This section of track has been abandoned for several years, apparently for conversion from metre to broad gauge. It is now a popular trekking route with both bus drivers and railway workers accustomed to the sight of backpack wielding youth.
The bus dropped us off at 5 AM. We spent an hour or so under the nearest street lamp, distributing rented sleeping mats and food packets. Someone had mistaken the trek for a picnic and gone shopping for flavoured milk in glass bottles, potato chips and other salted (thirst inducing) snacks, entire cartons of apple and orange juice, loaves of bread, with butter, and other such items that were low on energy while high on packaging weight. We got rid of most of them before boarding the bus; the rest we had to carry.
By 6:30am, were on the tracks. By 7, the light improved and I started taking pictures. My own baggage was mostly camera equipment, clothes, sleeping bag and mat, and some water. Kishore carried all my food.
The first bridge caused a great deal of excitement. People wanted pictures taken. It wasn’t hard at all, given the steel planks laid across it, but later bridges turned out to be progressively poorly maintained, with those planks missing, and some with rotting wooden logs for sleepers instead of steel. I managed to lose a lens cap.
Some people had trouble crossing the bridges, barely managing a step at a time while holding on to another for support. Others delighted in them and took to demonstrating their fearlessness.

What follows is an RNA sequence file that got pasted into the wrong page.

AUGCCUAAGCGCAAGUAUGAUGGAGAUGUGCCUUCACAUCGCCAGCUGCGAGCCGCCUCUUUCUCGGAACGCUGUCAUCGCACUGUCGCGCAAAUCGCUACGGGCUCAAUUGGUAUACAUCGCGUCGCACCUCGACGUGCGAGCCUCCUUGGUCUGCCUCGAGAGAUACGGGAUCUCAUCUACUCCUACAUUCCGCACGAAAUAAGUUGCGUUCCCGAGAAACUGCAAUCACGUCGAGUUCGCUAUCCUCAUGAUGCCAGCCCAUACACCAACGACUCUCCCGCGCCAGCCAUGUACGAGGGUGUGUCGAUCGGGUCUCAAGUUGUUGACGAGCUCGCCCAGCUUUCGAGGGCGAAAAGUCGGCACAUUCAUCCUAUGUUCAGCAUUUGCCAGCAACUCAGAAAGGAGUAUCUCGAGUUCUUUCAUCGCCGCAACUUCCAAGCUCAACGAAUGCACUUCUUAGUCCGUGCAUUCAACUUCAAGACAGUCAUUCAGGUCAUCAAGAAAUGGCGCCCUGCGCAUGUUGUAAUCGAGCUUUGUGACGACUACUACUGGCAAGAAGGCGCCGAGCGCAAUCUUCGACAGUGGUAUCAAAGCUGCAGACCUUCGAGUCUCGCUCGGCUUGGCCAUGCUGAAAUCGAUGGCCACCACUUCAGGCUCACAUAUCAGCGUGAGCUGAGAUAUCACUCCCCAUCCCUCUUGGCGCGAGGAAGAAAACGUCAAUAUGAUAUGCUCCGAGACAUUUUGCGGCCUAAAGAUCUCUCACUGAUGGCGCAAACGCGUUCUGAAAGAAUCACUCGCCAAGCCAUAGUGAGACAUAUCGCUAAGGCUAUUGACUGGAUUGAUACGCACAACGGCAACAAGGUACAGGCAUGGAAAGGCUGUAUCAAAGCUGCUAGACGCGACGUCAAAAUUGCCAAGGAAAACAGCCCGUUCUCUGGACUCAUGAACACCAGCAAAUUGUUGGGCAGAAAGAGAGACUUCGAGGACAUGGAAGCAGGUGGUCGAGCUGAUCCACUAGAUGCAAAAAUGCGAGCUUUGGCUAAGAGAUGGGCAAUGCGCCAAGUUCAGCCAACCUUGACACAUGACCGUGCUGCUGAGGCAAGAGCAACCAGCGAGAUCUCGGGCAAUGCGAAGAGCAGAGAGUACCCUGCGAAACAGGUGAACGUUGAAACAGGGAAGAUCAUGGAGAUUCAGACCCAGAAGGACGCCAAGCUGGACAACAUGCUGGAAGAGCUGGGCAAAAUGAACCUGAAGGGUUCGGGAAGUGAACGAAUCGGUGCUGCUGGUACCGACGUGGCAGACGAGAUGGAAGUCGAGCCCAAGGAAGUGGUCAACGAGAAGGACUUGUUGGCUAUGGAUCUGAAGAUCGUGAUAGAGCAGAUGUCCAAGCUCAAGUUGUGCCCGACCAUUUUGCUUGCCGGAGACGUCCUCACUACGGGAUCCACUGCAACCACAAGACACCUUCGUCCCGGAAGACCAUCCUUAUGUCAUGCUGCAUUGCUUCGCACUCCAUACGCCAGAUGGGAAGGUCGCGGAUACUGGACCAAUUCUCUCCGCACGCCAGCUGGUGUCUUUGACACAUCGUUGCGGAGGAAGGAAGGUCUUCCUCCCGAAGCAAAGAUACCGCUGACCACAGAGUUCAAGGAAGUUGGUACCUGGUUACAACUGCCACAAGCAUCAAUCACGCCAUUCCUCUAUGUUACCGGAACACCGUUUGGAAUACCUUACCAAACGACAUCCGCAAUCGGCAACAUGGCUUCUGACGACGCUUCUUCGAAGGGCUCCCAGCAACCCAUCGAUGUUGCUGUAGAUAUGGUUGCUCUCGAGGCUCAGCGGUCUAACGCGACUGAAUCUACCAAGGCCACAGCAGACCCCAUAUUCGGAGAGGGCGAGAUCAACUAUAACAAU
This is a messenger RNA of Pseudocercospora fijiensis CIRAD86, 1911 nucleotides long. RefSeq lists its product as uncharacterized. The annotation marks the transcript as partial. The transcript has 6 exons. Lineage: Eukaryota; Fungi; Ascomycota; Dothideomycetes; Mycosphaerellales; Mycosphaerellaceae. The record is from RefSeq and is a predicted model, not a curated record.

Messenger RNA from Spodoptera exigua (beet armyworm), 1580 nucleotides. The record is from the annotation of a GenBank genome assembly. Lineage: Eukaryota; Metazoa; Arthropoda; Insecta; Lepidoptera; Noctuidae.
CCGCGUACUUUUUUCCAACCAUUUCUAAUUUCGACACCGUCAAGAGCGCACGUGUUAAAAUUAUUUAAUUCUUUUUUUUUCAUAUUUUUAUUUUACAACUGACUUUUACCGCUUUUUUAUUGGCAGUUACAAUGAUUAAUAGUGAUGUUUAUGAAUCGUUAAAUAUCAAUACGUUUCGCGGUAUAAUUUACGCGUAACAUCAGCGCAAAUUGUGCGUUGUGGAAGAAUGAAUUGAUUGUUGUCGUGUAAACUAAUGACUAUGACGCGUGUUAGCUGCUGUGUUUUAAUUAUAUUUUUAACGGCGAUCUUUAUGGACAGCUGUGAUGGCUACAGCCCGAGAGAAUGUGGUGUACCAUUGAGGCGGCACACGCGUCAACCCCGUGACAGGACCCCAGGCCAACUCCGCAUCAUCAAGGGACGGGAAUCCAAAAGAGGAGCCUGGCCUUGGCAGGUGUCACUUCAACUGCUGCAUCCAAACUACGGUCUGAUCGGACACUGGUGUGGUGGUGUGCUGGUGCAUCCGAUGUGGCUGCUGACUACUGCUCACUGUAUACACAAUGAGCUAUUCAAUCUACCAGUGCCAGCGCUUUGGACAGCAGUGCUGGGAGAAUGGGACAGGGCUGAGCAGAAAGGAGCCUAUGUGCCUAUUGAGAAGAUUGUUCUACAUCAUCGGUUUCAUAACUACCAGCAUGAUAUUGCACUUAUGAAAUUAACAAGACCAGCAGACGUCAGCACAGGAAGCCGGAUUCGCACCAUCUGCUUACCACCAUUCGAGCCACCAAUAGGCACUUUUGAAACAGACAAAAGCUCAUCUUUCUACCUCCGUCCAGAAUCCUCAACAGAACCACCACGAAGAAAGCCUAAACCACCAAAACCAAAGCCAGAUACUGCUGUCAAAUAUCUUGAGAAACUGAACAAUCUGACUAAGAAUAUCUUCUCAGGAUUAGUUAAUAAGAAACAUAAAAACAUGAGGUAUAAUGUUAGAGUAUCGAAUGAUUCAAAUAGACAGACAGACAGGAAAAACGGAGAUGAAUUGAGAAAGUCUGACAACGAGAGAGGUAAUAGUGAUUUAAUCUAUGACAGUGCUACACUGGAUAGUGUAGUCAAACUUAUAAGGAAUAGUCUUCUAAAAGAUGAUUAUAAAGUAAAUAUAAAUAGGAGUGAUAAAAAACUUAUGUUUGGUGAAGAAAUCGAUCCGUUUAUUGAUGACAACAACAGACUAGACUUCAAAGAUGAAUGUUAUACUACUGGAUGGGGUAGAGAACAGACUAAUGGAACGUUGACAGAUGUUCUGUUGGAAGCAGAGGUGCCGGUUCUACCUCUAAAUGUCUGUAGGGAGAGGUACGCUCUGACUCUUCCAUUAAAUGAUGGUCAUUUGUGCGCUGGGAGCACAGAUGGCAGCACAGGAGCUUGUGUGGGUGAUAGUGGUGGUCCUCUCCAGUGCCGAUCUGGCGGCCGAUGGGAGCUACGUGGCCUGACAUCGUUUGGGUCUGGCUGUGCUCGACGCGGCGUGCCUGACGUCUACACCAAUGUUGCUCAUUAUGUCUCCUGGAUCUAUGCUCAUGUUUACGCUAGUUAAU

Hemanth didn’t notice those bee hives below him. We gesticulated frantically and he smiled and waved back. Then he climbed up and came over and discovered what he had been so close to.
Below us was a stream with a rotting wooden bridge across it.
It was a hot day, we were soaked in sweat and dirt, and that stream looked rather inviting, so we climbed down and waded around for a good hour or two, waiting for the others to catch up.
Look at where Hemanth had been dangling his feet from:
There were tunnels, all bearing a number and length. We covered 35 in two days, with the longest a little over 500 metres. These tunnels are unlit, pitch dark, and home to bats that don’t like being disturbed. I discovered my torch wasn’t bright enough to light anything more than the next spot where my foot would come down. Imagine a sensation of being strangled by nothingness.
Tunnel entrances were a good place to take breaks in. We took several.
The unfortunate part of settling down like this was in being interrupted by passing vehicles. Some of these were regular street vehicles that had their tires replaced with rail wheels. Other were regular vehicles with regular wheels, taking to the rails because it was the only way around.
This one time I was half-way across a bridge when a train horn sounded out of the tunnel at the end of the bridge. I turned around and ran—thereby discovering a previously unknown agility—and then noticed vidyas_words, who had trouble with the bridges, was also moving unusually fast towards the other end. It seems fear is best killed by greater fear.